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Now in paperback and featuring a new preface by the authors, Cameras in the Courtroom looks at the effects of both allowing and barring television coverage of legal proceedings. Cohn and Dow examine landmark televised trials, including those of O. J. Simpson, the Menendez brothers, and William Kennedy Smith. Also, analyzing the impact of Court TV and the history of cameras in American courtrooms, the text strikes a balanced discussion among diverse opinions. In the new preface, the authors consider the effect of excluding television coverage from the upcoming trial of Zacarias Moussaoui on charges stemming from the September 11, 2001, terror attacks. The book also includes an array of interviews with judges, attorneys, jurors, witnesses, and legal scholars, shedding light on a subject that has become an important topic in both media and law.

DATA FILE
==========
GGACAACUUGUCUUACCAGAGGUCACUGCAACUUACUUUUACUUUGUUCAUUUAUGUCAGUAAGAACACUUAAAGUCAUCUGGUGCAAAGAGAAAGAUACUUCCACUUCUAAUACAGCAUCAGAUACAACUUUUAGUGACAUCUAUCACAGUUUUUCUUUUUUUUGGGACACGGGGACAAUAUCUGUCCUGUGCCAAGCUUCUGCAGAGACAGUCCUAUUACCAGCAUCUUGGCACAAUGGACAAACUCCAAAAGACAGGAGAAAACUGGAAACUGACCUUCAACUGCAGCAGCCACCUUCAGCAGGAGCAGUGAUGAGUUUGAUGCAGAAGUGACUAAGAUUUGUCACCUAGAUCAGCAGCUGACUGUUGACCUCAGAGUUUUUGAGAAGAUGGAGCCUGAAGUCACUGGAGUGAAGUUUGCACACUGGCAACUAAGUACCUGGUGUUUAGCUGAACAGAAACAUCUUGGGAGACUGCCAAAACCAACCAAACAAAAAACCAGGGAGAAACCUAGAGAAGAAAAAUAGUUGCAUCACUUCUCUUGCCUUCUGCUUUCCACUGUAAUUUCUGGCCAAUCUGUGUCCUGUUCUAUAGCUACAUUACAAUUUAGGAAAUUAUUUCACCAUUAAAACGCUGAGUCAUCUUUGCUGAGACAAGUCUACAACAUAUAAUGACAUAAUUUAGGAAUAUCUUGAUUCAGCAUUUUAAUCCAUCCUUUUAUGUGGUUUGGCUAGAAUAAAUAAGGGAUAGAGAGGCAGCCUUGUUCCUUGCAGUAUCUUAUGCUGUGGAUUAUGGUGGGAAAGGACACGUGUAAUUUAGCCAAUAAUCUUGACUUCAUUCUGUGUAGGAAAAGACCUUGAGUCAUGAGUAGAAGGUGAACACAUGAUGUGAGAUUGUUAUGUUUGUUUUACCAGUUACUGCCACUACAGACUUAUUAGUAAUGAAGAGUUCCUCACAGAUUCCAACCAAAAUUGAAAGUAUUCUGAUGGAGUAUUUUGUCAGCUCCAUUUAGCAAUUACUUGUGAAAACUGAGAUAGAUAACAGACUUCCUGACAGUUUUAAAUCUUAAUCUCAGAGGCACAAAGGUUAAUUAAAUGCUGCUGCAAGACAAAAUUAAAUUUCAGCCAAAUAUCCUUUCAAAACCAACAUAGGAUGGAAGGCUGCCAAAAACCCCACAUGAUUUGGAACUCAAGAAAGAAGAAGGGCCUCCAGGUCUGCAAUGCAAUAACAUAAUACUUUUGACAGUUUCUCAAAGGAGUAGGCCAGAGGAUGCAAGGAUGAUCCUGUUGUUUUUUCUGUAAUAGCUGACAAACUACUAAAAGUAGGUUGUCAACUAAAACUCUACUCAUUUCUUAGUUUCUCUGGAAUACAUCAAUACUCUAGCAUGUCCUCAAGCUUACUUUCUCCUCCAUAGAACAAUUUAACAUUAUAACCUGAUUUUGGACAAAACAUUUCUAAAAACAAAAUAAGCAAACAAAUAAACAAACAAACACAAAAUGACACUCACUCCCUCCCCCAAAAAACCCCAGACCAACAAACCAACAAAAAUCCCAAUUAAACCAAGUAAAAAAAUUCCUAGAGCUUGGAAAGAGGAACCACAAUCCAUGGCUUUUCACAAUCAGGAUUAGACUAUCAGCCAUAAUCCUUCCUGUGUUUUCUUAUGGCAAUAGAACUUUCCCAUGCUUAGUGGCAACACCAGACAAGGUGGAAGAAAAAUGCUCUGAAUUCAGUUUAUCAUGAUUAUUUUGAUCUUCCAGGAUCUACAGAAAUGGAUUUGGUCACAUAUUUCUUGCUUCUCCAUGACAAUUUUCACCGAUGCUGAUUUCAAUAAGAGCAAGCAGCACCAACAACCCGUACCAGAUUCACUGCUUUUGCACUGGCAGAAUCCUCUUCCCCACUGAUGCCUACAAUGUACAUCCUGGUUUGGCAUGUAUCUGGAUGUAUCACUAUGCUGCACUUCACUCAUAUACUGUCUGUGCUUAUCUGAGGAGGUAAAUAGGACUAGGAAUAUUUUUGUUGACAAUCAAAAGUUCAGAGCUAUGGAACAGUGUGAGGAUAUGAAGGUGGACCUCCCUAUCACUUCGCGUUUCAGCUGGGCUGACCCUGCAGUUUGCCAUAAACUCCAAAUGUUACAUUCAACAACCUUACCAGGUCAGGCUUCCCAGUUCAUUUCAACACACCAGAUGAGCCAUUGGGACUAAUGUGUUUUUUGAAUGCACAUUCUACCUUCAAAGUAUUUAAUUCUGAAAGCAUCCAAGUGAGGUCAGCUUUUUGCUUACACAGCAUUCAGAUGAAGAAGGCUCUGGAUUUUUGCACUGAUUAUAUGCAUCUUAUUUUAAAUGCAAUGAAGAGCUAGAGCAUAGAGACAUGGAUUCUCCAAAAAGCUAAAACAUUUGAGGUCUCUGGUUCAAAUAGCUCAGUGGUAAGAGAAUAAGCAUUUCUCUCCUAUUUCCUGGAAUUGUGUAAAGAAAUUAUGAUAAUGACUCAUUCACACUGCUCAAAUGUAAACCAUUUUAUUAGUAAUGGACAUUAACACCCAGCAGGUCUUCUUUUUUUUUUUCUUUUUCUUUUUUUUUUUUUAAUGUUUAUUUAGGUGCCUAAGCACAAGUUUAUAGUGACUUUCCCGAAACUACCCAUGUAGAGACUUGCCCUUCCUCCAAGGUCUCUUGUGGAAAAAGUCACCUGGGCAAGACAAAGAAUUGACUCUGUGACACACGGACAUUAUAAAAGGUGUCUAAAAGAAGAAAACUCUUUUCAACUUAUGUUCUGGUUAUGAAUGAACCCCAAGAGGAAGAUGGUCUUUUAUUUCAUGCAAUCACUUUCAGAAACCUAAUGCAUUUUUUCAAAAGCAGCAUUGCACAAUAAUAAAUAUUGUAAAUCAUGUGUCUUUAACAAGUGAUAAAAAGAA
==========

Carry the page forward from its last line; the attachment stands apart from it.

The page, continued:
Chapter 1 Acknowledgments Chapter 2 Preface Chapter 3 The Simpson Legacy Chapter 4 Cameras Through the Years Chapter 5 Is the Televised Trial a Fair Trial? Chapter 6 Does a "Public Trial" Mean a Televised Trial? Chapter 7 Do Cameras Change the Process? Chapter 8 Two Trials: Trial by Jury and the Court of Public Opinion Chapter 9 States' Rights Chapter 10 The Federal Case Chapter 11 Court TV Chapter 12 Some Camera (and Trial) Saving Alternatives Chapter 13 Cameras—Now and in the Future Chapter 14 List of Persons Interviewed Chapter 15 Chapter Notes Chapter 16 Index